download (2)However, there is no doubt that the prevalence of cameras in modern society is bringing a lot more attention to police brutality that has long existed. I assure you, Rodney King was not the first person to be savagely beaten by the police. That said, many police officers do all they can to avoid being filmed including arresting, harassing and making false charges against people who do so. Despite courts in all but three states, Maryland, Illinois and Massachusetts, saying time and time again that police, while performing their public duty, are allowed to be filmed, police continue threatening people who do so with arrest. Some officers claim that being filmed puts them in danger. How? I don’t know. Other cops have become media savvy and have taken to muddying the waters and laying the groundwork for their defense when caught in apparently compromising situations. They do this by talking directly to the cameras filming them and saying that whatever provoked their behavior occurred before the filming started.

images (6)Luckily, the solution to all this, making police officers feel safer, making sure the whole story of a situation is properly documented and making sure police officers are not abusing people is to have them wear cameras at all times. We have the technology, and it would be an invaluable tool to investigators and our justice system, and it would be a huge boost to the public’s confidence. One city in California that has already done this and saw the use of force drop 60% and the number of citizen complaints fall 88%. While some challenge the exactness of these numbers, I don’t see where there’s really anything left to discuss. In the course of performing their public duty, police officers should have no right to privacy. Filming their actions would make police safer since criminals would know that even if they harm a police officer to get away, they will still be caught on film. Corrupt police officers would have a much harder time hiding and a police officer’s use of force would be much more easily seen for what it is, good or bad. Not only should police not object to this, they should welcome it. That many of them won’t is both telling and scary.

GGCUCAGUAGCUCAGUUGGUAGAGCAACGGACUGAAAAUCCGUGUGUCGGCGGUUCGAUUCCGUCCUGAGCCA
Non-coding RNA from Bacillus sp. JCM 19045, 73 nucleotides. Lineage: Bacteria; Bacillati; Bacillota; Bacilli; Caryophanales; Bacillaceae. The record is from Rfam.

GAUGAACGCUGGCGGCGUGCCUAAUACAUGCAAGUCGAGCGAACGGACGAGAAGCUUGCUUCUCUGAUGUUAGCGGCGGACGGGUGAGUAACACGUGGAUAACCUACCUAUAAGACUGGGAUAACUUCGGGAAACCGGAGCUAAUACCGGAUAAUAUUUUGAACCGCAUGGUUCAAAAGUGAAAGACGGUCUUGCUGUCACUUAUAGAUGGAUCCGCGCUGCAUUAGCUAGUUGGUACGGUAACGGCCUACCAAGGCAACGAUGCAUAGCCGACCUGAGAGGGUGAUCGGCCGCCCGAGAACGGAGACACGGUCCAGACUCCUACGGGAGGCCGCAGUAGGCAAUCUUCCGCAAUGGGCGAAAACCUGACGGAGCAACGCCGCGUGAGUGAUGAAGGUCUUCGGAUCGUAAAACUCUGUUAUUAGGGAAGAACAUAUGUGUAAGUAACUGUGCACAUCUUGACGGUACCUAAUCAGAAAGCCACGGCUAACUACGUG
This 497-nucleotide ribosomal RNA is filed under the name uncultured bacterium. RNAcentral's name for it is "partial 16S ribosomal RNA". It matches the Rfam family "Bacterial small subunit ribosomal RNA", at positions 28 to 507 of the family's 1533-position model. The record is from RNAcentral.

SideBar: If you agree that it’s well-past time for police to be wearing cameras, we here at NetSideBar have created a petition on the White House’s website called Make Police Wear Cameras while on Duty. If it get’s 100,000 signatures, President Obama is guaranteed to respond to it directly. Or  share directly:

Brian M. Williams
Brian is the author of the recently published travel memoir "Stranger in a Stranger Land: My Six Years in Korea." (Click this profile for more information.) He's also a law school grad with Southern charm and Virginia roots. He recently returned to America after nearly seven years traveling and working abroad. He loves dive bars, international travel and foreign accents. He's particularly good at small talk and was the first person to notice there's no "I" in "team."

2 thoughts on “Stopping Police Savagery: Not Impossible

  1. ” There’s a reason you separate military and the police. One fights the enemies of the state, the other serves and protects the people. When the military becomes both, then the enemies of the state tend to become the people.”